Dog owners don’t need to become professional dog trainers in order to help their special needs dogs, they need information about behavior and what ends or maintains it. It’s a much simpler and safer solution than encouraging owners to come up with ways to be respected as pack leaders, which is something even dogs don’t have a definition for.
If you sat two children down, one with a pile of marbles, the other with a bucket of tennis balls and gave each the task to put these objects into a milk jug, what do you think is likely to happen? Start off with- which child is more likely to be successful? Assuming that the marbles are all small enough to fit into the jug and the child has the dexterity and hand/eye coordination, the child with the marbles will be. What about the child with the tennis balls? Even if they have the ability to try to perform the task, how many attempts do you think they will make before they give up altogether when they discover that tennis balls don’t fit into milk jugs? I’m going to guess, not many. Why bother?
If we were to bring in another child and give them a variety of different sized marbles, some which will fit, some just barely, others not at all, how many attempts do you think they will make before they stop? Let’s assume that putting marbles in jugs is fun for the child or that we’ve promised them their special treat for doing it, and I’m guessing that they will keep trying until they have put all the marbles that fit into the jug and have a pile of those that don’t. If we asked them to do this a second time they might even do it more quickly if there were easy ways for them to differentiate between the sizes of the marbles; all the red ones fit, blue ones don’t.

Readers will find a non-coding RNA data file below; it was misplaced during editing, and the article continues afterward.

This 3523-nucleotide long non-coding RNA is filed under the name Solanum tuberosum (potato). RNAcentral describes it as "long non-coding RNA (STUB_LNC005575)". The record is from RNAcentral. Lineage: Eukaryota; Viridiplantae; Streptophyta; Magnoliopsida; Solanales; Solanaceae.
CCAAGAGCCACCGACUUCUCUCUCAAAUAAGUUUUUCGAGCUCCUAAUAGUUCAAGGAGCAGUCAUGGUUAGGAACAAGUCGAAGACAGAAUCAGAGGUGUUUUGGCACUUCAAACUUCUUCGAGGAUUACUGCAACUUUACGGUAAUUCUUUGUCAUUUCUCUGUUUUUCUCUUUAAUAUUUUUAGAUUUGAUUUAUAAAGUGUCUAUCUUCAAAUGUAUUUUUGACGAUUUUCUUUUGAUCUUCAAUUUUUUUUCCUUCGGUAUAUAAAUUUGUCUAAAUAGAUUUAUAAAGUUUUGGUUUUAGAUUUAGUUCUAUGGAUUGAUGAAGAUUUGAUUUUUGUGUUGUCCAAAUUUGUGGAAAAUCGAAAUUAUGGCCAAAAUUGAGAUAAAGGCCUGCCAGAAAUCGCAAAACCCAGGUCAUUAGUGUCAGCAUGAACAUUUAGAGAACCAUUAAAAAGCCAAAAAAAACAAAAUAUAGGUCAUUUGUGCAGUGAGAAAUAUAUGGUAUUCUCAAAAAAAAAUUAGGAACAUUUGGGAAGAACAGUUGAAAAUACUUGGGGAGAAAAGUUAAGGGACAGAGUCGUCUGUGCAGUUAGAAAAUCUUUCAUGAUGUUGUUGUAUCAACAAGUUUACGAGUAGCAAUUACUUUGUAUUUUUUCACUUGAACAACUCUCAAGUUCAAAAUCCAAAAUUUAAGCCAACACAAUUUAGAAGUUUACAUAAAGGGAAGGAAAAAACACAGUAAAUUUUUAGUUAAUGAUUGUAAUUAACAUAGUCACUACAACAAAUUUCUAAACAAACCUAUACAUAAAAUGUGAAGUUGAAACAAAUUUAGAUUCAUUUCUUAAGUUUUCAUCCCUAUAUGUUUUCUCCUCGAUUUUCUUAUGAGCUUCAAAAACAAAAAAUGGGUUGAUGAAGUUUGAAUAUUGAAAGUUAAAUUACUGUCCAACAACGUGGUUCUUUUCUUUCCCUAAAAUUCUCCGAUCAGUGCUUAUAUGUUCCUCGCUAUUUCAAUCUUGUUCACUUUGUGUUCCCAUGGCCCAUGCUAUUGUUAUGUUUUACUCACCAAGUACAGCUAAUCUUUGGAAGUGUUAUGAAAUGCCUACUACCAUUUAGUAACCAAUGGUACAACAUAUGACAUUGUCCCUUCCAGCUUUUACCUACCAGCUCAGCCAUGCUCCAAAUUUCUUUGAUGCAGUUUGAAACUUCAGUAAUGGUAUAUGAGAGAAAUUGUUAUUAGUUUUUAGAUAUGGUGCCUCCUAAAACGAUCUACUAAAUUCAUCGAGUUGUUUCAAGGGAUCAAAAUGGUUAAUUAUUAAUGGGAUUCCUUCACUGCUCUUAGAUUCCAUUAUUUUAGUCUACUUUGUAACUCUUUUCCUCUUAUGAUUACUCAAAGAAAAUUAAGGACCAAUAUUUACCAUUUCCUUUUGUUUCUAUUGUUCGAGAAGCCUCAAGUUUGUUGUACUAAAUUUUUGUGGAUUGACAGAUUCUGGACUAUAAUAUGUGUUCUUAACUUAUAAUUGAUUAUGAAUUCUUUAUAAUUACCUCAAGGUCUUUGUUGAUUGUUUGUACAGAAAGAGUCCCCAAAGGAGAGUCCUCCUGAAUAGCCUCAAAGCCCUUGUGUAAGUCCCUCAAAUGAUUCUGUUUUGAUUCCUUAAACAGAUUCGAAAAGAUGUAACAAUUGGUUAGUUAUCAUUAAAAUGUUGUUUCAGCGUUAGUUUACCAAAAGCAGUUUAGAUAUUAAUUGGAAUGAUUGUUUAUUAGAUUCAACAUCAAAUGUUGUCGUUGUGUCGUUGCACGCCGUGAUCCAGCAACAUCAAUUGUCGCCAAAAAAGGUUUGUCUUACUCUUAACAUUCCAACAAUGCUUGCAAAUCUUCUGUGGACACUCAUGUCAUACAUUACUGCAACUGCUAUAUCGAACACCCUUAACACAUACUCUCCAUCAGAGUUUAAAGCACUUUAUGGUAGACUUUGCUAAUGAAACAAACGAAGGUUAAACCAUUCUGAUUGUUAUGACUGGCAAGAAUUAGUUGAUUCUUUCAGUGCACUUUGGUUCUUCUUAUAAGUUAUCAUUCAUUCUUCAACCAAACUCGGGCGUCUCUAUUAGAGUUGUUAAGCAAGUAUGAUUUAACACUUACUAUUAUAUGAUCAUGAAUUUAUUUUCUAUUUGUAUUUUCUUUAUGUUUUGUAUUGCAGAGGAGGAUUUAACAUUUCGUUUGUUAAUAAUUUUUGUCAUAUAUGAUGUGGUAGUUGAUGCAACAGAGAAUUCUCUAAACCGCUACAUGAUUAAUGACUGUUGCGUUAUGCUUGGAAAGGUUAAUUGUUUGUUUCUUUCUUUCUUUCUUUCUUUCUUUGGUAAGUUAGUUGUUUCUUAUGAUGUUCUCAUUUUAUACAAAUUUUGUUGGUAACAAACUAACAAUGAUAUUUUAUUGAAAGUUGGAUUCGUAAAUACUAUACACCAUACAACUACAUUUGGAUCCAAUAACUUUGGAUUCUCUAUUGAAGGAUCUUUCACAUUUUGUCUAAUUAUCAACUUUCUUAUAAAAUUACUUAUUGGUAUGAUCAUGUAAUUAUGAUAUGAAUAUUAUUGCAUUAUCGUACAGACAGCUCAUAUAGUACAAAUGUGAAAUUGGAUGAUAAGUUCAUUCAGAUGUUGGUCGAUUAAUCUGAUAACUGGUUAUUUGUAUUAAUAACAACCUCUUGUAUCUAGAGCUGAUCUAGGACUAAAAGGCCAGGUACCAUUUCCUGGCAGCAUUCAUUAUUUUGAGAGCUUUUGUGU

When our dogs are interacting with us and their environment there is a continuous flow of experimentation of behavior. Each behavior provides the dog with information as to whether they should do it again or not based on what outcome the behavior produces. Does the behavior fit? If we always provide our dogs with information that tells them that a behavior is the right one, they can be prepared to use that behavior again in the future. If we resort to punishment too often, which for a fearful dog may be just once, they may, like the child with the tennis balls, stop bothering to experiment to come up with the behavior that fits.
We don’t need to hit them over the head to let them know that a behavior isn’t fitting. If they have learned a variety of ways that tell them that a behavior does fit; food treats, praise, smiles, cheers of approval, a click, the word YES, when one of these does not occur, they are prepared to experiment with another response until they are successful.
In life, on rivers, or when training a dog, there are advantages to going with the flow.
Sunny is my dog with the most fear based behavior challenges. For short I call him my ‘fearful’ dog. It’s not an accurate description of him, because he is so much more than just fearful, in good ways and bad, but when managing him around people, it’s the easiest label to slap on him. It’s either that or, ‘he’s not right in the head’, which is also true, but I like even less.
There are few people that Sunny sees and doesn’t feel frightened by. I can count them on one hand, and not need to include my thumb. This summer we added one more friend to the list, soon I’ll need that thumb.
I have spent the past two months in Plymouth MA at a lovely lake where the dogs and I have had a blast, as we say around here. The biggest challenge, other than dirty, wet dogs messing up the carpet in someone else’s home, has been their barking. At our home in Vermont there are no neighbors to worry about bothering, and not many people going by to cause the dogs to bark. It’s been a different story here. Next year I’ll have a better fence system.